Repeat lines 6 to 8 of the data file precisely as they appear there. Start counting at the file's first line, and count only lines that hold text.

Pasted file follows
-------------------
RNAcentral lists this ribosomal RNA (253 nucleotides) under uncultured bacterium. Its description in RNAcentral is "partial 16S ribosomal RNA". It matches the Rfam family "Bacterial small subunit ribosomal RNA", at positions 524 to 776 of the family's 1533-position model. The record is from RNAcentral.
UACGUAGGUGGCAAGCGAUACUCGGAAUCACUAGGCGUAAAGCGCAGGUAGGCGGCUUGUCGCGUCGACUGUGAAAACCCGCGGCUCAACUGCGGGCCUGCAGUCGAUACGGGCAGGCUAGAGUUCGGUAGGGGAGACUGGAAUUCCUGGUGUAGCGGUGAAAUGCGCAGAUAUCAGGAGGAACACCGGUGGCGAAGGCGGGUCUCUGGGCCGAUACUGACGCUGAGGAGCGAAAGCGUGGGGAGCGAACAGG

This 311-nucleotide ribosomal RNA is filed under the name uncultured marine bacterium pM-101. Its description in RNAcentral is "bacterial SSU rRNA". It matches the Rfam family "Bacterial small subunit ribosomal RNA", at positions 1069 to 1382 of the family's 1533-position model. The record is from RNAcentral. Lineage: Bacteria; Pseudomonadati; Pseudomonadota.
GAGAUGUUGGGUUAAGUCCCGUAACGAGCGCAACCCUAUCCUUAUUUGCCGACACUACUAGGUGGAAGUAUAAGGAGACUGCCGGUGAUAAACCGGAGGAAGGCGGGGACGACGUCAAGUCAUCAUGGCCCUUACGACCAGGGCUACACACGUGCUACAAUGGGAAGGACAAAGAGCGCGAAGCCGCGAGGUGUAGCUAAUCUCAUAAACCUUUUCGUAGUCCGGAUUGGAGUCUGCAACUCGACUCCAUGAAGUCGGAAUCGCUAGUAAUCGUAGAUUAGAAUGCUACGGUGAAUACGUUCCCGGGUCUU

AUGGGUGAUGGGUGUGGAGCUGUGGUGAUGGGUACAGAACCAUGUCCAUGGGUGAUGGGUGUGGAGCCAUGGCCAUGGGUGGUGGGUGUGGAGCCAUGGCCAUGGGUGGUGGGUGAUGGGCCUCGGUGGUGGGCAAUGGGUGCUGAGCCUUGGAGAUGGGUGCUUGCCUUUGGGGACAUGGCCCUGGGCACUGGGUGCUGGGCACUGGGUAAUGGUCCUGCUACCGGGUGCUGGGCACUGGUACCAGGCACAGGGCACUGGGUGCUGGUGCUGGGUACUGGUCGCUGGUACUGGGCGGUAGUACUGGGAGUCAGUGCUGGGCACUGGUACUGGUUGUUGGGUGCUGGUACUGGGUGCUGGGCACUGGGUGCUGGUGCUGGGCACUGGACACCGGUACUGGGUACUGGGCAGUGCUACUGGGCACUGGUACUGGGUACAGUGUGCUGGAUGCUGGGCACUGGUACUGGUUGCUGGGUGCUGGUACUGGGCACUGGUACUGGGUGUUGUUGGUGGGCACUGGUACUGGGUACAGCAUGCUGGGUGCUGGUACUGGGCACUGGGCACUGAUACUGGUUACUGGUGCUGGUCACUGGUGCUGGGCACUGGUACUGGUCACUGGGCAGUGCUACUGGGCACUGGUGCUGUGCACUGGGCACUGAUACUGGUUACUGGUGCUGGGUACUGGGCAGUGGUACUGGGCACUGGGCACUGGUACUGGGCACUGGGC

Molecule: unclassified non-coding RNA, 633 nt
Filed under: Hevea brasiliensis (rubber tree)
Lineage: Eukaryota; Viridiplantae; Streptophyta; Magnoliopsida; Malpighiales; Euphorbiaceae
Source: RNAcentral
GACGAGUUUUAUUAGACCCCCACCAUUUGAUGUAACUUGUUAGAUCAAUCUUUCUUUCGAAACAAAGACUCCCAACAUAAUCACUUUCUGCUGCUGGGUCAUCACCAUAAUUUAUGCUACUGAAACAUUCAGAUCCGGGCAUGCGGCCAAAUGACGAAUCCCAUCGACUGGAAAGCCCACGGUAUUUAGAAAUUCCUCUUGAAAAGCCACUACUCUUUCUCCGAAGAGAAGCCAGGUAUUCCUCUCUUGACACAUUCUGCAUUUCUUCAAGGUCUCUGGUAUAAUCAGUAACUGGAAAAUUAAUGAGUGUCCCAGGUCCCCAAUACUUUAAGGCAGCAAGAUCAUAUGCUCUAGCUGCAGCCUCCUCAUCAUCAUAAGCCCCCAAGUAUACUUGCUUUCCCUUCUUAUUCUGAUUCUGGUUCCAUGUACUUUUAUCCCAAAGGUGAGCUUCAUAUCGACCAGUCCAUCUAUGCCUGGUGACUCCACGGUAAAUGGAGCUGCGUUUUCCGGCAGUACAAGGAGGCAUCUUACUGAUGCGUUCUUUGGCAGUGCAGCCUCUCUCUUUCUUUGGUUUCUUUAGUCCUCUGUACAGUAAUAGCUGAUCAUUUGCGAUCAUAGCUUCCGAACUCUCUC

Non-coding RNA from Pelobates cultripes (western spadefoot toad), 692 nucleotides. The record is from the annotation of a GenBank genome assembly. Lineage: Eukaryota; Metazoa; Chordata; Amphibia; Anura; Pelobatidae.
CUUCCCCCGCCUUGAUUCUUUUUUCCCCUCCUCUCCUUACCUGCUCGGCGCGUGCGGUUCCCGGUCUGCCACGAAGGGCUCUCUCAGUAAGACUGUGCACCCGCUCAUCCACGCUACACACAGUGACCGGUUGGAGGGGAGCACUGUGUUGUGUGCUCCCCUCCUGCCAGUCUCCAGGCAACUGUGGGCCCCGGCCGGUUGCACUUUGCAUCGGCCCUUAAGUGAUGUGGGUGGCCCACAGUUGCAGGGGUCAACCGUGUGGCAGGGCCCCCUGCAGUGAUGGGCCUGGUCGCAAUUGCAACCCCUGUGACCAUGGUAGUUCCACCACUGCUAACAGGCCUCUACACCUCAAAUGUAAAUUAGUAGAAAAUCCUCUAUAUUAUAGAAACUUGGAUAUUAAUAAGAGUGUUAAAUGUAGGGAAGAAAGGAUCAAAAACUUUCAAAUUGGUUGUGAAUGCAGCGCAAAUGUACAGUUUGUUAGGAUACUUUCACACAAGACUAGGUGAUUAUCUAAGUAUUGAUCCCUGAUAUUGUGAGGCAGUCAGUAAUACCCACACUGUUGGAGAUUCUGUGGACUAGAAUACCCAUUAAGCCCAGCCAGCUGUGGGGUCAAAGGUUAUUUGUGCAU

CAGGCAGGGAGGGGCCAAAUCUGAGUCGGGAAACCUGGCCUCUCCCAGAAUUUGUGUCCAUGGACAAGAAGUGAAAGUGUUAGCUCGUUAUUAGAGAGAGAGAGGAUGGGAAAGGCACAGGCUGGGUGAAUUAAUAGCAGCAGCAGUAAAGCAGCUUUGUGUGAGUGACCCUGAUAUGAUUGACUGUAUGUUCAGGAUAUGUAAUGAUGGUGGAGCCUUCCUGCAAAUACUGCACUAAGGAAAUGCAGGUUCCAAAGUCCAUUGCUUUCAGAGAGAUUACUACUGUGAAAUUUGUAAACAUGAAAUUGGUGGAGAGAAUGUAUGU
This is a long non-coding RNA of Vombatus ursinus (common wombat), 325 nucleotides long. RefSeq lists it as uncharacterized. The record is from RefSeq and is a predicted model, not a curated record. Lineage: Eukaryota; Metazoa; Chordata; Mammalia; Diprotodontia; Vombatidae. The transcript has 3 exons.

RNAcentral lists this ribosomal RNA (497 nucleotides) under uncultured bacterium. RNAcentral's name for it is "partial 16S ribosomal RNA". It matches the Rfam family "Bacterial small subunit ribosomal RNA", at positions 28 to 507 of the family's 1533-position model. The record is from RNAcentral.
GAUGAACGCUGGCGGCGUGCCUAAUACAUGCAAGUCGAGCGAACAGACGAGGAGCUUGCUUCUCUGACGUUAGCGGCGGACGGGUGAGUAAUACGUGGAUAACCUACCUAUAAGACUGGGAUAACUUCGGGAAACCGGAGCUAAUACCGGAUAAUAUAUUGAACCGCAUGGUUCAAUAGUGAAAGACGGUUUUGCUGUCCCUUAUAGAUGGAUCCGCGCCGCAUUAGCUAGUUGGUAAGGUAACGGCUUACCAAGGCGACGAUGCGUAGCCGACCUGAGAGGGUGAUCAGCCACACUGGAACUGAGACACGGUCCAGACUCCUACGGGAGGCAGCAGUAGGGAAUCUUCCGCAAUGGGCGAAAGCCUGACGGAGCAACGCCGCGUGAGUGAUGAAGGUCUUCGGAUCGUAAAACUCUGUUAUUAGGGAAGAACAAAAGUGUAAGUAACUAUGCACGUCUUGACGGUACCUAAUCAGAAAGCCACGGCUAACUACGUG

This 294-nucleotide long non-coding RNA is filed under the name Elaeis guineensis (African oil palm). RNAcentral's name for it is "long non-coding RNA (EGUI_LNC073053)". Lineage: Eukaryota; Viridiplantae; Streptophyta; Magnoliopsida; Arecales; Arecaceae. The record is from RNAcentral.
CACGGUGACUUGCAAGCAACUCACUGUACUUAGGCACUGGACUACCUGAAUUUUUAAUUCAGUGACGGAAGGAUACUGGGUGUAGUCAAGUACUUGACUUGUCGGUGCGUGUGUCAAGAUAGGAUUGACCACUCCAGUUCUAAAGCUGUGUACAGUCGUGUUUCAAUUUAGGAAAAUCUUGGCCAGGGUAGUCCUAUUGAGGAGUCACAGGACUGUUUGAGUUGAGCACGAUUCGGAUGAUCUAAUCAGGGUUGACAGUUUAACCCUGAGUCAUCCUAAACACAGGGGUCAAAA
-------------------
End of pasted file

Molecule: unclassified non-coding RNA, 633 nt
Filed under: Hevea brasiliensis (rubber tree)
Lineage: Eukaryota; Viridiplantae; Streptophyta; Magnoliopsida; Malpighiales; Euphorbiaceae